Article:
Bitchin' Blog Posts
Title: I Now Pronounce You Someone Else
Author: Erin McCahan
Publication Info: Arthur A. Levine Books 2010
Genre: Young Adult
Constance reviewed this book for the RITA® Reader Challenge. It was a finalist in the Young Adult and Best First Book categories.
Plot Summary: Seventeen-year-old Bronwen Oliver has a secret: She’s really Phoebe, the lost daughter of the loving Lilywhite family. That’s the only way to explain her image-obsessed mother, a kind but distant stepfather, and a brother with a small personality complex.
And now, Constance’s review:
Bronwen is a nice, normal, hard-working high school student, with a best friend Kristen, and mild fantasies about having been switched at birth. How else can she explain why she and her mother can barely communicate? (and there is something really bizarre about the way her mother had Bronwen’s brown hair colored blonde as a 13th bday present, then comments, “Finally, I see a resemblance [to herself].” When Jared appears, attractive, relaxed, attentive, and very romantic – his last words on the phone every night are “Dream of me” – Bronwen is more than ready to fall in love with Jared and with his family. Perhaps because Jared’s father and Bronwen’s father are business partners, no one seems to object to the age difference, and by the end of the summer they are engaged.
I like that Jared is attractive but not as handsome as Bronwen’s ex, Chad, who pressured her to have sex on Prom night. Jared respects that Bronwen wants to wait until they are married but in a way that doesn’t deprive him of sex appeal (I suppose the waiting for sex until after marriage is one reason for an early wedding). Bronwen does not doubt her love for him but is afraid she is being consumed by it before she has established her own identity.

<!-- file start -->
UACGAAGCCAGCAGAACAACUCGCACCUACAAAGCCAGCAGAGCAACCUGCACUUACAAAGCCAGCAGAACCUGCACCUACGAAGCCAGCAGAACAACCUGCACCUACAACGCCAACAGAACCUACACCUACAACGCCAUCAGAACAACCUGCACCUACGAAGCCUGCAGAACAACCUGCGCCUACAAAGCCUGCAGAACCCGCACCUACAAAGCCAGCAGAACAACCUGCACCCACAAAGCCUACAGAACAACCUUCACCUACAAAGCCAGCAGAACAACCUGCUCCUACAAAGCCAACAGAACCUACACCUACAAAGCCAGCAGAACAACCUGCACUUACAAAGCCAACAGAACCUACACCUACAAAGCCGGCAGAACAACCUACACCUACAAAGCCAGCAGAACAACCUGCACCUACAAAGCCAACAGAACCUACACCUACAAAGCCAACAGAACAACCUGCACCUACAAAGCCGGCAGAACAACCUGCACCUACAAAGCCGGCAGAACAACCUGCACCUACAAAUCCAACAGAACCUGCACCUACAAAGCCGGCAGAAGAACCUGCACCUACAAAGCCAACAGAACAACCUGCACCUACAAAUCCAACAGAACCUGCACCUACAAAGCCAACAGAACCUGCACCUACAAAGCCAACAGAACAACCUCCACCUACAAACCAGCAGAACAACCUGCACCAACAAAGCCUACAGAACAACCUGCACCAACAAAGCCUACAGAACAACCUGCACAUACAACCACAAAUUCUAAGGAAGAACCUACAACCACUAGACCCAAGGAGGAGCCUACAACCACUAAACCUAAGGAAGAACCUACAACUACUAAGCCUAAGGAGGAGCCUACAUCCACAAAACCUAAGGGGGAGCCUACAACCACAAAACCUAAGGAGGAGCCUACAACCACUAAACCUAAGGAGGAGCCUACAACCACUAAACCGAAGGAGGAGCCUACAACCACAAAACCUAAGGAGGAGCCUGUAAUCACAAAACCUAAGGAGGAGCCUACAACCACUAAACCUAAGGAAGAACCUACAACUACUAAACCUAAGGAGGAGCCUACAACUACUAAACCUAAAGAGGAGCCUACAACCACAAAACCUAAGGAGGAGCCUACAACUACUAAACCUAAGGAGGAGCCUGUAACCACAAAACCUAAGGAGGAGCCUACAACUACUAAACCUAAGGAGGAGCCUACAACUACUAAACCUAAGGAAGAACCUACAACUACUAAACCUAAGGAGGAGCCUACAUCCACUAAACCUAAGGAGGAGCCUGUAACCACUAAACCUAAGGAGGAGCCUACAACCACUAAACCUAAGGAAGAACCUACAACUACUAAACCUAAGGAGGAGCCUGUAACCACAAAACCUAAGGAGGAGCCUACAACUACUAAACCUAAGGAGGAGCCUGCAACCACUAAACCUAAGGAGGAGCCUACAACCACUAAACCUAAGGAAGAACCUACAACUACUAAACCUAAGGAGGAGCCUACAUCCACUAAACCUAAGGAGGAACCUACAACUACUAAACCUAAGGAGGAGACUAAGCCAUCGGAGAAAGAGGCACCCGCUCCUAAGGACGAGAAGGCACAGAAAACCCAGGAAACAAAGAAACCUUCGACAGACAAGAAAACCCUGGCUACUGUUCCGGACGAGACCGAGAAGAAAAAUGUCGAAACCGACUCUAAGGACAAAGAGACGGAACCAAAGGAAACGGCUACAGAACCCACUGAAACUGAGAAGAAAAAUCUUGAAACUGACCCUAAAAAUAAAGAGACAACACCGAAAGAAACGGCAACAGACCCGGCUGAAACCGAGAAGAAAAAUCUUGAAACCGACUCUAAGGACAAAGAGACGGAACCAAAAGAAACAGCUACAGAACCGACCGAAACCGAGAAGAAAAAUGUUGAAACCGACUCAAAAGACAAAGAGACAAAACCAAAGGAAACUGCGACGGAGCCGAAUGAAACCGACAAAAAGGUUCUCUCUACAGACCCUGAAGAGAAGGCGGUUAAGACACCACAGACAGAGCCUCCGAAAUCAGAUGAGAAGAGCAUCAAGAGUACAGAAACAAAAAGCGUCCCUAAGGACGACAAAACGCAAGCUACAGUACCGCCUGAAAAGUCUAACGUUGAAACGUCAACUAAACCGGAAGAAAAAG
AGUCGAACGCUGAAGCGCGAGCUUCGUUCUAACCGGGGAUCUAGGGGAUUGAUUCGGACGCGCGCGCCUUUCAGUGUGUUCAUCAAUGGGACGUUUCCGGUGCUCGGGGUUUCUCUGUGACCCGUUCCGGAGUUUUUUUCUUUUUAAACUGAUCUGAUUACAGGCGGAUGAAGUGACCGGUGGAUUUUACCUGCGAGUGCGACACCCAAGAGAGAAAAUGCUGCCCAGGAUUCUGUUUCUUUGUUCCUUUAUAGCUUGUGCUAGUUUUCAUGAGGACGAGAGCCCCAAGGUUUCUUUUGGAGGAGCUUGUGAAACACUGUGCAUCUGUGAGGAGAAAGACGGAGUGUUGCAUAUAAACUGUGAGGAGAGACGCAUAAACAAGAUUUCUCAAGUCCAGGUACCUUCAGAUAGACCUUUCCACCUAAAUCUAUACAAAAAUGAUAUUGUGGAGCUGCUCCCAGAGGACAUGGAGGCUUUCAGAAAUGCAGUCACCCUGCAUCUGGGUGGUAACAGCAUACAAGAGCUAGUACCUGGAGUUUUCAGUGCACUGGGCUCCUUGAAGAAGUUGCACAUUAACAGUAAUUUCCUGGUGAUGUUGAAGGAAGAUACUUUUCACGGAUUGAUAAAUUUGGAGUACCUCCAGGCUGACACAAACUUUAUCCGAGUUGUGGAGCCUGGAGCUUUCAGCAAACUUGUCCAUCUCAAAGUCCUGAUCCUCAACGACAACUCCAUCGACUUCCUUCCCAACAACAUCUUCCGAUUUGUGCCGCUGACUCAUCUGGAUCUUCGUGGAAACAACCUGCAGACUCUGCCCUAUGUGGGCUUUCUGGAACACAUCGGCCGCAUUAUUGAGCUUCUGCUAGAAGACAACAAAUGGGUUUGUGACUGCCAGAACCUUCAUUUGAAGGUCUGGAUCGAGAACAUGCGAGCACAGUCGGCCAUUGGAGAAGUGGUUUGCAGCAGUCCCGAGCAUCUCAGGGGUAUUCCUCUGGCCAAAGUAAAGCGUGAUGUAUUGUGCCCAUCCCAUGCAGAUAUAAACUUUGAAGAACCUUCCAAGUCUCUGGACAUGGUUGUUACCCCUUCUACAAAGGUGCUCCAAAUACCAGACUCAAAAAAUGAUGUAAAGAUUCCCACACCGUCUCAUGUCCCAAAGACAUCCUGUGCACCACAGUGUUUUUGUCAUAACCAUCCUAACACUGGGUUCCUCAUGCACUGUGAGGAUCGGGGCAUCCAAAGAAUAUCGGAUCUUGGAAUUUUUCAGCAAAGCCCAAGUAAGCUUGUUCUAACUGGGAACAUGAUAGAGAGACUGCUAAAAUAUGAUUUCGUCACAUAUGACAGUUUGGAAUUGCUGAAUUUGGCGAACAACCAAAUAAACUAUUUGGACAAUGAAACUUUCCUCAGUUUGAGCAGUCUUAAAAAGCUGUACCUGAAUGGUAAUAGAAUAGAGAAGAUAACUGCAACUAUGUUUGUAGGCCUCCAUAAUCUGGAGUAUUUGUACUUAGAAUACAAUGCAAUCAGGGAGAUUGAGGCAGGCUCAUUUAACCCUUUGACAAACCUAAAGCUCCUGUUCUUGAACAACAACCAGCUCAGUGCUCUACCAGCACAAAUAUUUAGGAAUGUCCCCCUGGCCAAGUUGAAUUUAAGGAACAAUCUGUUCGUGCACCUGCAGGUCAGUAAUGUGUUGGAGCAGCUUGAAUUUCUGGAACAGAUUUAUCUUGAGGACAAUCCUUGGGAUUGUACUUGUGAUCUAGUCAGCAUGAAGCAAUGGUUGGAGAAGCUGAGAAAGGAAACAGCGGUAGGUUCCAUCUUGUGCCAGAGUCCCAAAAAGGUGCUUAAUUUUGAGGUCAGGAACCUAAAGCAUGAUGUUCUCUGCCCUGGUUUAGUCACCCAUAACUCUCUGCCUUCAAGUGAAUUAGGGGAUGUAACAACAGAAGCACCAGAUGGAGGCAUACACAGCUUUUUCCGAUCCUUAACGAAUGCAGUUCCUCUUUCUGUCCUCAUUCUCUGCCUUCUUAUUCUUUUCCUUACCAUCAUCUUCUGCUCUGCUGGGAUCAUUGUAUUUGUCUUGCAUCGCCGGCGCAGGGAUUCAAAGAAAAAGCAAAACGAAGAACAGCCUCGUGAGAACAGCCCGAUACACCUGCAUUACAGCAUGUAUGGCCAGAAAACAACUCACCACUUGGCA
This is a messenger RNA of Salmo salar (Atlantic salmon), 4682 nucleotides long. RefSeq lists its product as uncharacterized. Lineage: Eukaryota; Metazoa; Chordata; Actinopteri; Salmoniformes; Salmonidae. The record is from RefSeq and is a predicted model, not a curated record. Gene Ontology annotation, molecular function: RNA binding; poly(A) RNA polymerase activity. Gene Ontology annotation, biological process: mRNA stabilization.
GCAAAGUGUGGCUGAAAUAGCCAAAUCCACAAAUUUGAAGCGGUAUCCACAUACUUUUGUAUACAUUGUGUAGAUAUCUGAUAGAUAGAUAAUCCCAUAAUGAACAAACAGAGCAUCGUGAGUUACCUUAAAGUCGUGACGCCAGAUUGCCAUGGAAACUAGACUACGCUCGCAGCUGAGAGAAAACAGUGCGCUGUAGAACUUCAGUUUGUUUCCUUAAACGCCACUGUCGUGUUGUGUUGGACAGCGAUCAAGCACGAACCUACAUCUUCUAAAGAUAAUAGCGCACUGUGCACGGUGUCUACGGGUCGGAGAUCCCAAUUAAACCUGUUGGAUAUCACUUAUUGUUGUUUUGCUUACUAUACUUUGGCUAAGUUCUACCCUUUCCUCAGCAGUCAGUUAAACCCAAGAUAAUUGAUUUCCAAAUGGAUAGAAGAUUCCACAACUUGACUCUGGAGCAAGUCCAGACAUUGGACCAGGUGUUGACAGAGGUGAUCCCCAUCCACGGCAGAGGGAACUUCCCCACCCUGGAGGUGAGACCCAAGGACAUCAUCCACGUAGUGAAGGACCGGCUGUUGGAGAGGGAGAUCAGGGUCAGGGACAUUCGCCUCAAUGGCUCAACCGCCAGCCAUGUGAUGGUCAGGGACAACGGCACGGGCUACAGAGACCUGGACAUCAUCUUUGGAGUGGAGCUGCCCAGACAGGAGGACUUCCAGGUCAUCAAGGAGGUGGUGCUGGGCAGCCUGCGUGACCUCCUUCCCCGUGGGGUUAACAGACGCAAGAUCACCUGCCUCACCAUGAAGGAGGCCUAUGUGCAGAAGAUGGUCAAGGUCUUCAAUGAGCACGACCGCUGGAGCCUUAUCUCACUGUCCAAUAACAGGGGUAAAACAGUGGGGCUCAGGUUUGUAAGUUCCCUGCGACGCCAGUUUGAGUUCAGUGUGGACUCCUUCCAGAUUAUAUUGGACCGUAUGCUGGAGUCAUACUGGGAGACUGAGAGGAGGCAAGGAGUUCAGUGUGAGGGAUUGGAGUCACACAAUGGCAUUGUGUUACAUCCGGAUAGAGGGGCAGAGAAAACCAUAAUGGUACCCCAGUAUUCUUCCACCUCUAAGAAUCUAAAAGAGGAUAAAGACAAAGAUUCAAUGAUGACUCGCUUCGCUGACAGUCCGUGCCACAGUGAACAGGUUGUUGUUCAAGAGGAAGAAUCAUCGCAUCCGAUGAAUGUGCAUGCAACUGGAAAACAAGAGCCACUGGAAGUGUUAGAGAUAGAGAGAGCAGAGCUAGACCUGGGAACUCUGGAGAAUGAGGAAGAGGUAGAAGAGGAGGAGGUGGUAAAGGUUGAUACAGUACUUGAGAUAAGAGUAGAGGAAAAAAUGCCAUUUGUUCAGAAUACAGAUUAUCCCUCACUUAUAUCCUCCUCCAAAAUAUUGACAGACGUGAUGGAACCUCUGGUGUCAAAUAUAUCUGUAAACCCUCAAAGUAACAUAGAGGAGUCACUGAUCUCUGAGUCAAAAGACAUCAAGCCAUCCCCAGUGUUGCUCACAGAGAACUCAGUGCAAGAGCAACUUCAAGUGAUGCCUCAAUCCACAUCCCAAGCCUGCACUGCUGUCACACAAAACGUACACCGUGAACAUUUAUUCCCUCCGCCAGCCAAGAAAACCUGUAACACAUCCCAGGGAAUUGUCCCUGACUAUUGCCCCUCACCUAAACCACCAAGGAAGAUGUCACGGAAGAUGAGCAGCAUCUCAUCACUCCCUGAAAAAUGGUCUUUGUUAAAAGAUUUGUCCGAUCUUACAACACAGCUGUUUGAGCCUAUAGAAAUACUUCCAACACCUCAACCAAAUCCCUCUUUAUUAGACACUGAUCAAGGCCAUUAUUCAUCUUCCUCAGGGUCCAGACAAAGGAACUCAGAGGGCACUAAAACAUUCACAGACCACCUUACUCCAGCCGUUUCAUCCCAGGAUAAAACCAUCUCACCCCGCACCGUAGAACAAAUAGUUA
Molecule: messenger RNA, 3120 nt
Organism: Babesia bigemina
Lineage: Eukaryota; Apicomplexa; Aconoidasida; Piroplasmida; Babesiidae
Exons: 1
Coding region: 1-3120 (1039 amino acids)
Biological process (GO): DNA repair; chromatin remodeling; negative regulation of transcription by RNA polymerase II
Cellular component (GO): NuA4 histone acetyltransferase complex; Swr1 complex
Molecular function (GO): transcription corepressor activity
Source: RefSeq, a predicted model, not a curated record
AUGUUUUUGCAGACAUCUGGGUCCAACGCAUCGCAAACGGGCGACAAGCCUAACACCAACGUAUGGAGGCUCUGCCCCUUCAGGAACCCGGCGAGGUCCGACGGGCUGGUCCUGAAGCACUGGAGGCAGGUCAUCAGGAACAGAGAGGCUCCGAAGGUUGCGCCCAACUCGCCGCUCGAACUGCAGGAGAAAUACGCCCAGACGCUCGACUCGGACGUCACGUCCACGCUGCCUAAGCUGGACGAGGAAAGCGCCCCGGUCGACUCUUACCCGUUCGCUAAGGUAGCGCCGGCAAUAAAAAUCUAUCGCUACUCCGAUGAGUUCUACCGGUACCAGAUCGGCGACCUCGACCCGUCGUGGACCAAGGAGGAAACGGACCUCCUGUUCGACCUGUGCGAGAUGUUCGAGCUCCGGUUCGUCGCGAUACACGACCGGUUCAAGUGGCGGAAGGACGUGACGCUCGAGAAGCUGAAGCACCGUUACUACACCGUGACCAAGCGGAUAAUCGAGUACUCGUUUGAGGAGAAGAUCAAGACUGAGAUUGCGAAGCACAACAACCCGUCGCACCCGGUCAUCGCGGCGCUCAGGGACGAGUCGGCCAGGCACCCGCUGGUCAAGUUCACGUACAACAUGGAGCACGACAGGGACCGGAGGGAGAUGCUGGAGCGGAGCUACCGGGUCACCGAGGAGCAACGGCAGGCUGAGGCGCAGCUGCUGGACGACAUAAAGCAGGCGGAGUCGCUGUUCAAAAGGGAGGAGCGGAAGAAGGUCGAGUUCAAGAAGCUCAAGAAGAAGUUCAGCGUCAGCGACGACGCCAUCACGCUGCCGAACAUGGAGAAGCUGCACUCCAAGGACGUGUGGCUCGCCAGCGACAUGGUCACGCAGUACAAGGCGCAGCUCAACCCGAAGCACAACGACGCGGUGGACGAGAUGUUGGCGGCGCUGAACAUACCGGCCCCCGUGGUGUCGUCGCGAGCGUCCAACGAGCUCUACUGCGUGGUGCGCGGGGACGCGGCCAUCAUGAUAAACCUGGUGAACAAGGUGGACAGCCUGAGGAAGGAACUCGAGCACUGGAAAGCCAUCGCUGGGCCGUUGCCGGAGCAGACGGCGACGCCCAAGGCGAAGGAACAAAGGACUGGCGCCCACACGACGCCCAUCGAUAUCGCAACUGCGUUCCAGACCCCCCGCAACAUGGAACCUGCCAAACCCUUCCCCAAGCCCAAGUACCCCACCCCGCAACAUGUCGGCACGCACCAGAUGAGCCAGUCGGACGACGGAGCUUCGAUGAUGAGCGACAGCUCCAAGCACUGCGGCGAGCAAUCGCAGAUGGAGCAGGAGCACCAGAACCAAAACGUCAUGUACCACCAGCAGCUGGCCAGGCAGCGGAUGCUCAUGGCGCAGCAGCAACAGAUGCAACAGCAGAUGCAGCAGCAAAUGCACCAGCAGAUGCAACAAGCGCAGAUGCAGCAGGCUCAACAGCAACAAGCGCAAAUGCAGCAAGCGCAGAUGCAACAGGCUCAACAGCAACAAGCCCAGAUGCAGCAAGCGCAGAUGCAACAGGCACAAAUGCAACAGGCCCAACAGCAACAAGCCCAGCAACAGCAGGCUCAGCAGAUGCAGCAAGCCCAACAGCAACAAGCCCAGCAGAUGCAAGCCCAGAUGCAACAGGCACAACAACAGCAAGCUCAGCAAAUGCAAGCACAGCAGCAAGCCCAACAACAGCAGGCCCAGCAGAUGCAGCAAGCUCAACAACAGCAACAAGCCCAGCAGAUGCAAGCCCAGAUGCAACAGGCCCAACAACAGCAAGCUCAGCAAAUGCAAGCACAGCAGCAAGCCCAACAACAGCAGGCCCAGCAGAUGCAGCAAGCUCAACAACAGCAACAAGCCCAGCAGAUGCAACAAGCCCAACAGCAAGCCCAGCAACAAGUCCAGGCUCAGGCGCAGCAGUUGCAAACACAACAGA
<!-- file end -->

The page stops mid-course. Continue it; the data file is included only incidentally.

The descriptions of Hope College reminded me a little of The Real Thing, Rosamond du Jardin’s book about Tobey Heydon’s college experience when she and Brose decide to attend different schools so they can find out if their high school romance will last. In a way, it seemed odd that Tobey and Brose had so much more sense in 1951 when young marriages were common than Bronwen and Jared in the 21st century. I have a particular fondness for The Real Thing because it is one of the first books I remember buying for myself – it was a $.50 Berkley Medallion paperback with the plaid binding, and I bought it at Books and Pages in Newton, Massachusetts (never dreaming I would one day work for Berkley). I still own that book, although have not yet unpacked it.
What I disliked:
Jared started off charming but became annoying and controlling quite a while before Bronwen noticed. It seemed too simplistic that she fell in love so easily merely because she craved a father figure.
Bronwen’s mother (and to some extent, her bother) is dreadful, and I went back and forth wondering whether she was a plausible character. Could anyone be that self-centered? And what were all these parents thinking to let a sheltered 17 year old date a college senior? And why would they let them plan a wedding after dating such a short time? Granted, I don’t know anyone who got married at 18 but I imagine successful long-term relationships at that age are the exception, not the rule, although I suppose my sister met her husband when she was Bronwen’s age….
Bronwen has a great best friend, Kristen, and when they fall out senior year it is a Sign. Nothing good ever results from dissing your best friend for some guy, in fiction or in real life.